Many people see eye floaters and flashes in their field of vision, especially when looking at a plain surface. Usually, they are harmless but, at times, they can indicate an eye condition.
In this post, your certified opticians from Vision Care Associates discusses what eye floaters and flashes are.
Eye Floaters and Eye Flashes
Floaters appear like tiny specks, circles and lines in your field of vision while flashes look like flashing lights. They are clusters of gel or cells in the vitreous humor. It allows light to enter the eye from the lens. The vitreous communicates with the retina, the part of the eye responsible for taking in images. The information is then sent to the brain through the optic nerve.
As your eyes move, so do floaters and what you see are the shadows they cast on the retina, though they seem to go away when you try to focus on them. The vitreous shrinks as you age and becomes more stringy. Many people experience vitreous shrinkage with floaters by the time they reach 60. This is more common on individuals over the age of 80.
Those who are nearsighted, have had cataract surgery or eye injury and diabetics tend to see more floaters. Floaters are tolerable for most people but for some, floaters can affect their reading ability. Immediately seek the help of your eye doctor if floaters are giving you discomfort or disrupting your daily activities. For optical services, you can count on Vision Care Associates.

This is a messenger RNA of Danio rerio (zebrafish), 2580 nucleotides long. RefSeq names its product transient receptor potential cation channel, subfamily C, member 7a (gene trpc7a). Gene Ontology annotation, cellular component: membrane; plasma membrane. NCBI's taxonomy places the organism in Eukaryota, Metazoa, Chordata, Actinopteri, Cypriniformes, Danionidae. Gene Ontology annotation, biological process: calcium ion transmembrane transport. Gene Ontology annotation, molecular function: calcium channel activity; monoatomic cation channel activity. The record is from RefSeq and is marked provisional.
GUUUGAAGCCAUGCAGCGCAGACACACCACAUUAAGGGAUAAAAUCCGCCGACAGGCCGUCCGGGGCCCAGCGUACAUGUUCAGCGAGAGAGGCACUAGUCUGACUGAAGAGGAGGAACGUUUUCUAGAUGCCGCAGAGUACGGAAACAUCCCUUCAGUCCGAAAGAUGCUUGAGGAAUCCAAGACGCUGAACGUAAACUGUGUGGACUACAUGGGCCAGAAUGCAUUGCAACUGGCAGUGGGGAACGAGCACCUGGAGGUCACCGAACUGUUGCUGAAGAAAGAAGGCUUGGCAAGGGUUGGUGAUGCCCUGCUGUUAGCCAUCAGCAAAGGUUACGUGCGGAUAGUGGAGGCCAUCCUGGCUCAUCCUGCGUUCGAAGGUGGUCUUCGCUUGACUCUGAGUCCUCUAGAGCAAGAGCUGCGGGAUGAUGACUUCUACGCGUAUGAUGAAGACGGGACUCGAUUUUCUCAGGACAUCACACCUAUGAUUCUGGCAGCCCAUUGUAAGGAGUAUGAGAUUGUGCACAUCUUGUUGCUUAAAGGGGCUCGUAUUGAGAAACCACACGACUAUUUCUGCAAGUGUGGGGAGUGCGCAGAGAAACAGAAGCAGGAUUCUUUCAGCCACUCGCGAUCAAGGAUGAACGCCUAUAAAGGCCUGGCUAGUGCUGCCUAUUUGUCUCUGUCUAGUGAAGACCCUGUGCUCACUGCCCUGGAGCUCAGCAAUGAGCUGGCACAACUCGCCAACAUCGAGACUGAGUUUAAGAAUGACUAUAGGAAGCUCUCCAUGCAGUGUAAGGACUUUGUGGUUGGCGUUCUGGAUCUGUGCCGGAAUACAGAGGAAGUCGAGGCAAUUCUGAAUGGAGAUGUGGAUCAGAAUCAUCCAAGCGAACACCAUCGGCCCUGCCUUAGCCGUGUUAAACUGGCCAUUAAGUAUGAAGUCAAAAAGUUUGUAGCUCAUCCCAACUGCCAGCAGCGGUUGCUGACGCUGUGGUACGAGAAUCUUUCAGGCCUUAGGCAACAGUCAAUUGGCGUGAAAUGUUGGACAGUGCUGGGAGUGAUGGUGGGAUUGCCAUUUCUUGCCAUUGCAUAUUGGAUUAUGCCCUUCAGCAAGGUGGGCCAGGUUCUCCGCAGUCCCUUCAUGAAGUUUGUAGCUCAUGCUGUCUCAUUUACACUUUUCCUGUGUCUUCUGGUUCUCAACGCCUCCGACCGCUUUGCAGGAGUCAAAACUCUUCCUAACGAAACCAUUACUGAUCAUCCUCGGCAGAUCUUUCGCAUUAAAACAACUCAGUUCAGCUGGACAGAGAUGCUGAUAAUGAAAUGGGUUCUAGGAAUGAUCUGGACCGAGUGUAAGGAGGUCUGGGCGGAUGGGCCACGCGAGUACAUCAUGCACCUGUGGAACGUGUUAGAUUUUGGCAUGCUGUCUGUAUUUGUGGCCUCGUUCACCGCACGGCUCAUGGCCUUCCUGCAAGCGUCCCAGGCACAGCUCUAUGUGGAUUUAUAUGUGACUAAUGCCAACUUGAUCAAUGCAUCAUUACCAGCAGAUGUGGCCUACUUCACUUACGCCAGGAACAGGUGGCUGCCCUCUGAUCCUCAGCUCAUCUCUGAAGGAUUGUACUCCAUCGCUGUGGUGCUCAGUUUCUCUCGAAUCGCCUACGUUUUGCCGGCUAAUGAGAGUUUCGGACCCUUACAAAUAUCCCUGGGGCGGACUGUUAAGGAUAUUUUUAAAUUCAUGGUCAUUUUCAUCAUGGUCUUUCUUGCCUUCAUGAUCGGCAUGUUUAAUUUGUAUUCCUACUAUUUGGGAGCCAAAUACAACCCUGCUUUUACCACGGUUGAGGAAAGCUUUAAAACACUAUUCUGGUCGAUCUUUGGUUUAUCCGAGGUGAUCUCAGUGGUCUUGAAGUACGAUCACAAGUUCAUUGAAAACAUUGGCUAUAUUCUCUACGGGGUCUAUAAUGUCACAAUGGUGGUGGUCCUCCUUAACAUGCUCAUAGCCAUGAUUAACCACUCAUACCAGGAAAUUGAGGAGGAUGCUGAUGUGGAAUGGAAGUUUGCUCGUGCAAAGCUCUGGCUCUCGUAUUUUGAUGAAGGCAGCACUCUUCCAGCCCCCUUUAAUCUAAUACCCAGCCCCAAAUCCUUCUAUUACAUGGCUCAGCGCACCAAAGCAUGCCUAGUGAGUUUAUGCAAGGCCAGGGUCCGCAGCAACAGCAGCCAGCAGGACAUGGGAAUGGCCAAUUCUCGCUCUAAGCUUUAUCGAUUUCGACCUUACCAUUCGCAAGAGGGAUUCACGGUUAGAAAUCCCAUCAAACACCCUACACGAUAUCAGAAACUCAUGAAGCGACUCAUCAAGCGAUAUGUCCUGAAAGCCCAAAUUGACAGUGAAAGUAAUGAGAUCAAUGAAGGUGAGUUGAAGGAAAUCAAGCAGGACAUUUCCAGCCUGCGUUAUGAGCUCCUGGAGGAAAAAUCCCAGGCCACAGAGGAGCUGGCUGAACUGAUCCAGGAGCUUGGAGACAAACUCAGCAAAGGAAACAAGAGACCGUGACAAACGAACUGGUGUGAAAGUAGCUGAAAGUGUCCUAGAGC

When You Should Be Worried
Posterior vitreous detachment normally doesn’t harm your vision. It’s when the vitreous pulls away from the back of the eye.
A sudden increase of floaters can indicate retinal disease. Around one in six people experience retinal tear due to posterior vitreous detachment. Once the fluid in the eye seeps through the tear, it can cause the retina to drift away from its nourishing tissues. Other symptoms of retinal tears include gradual vision shading and poor central vision.
Visit your eye doctor if you’re experiencing retinal tear symptoms. Early detection and treatment can prevent retinal detachment. At Vision Care Associates, we are your local provider of emergency eye care services. Call us at (304) 315-6055 or schedule an appointment online. We assist patients in Parkersburg, WV.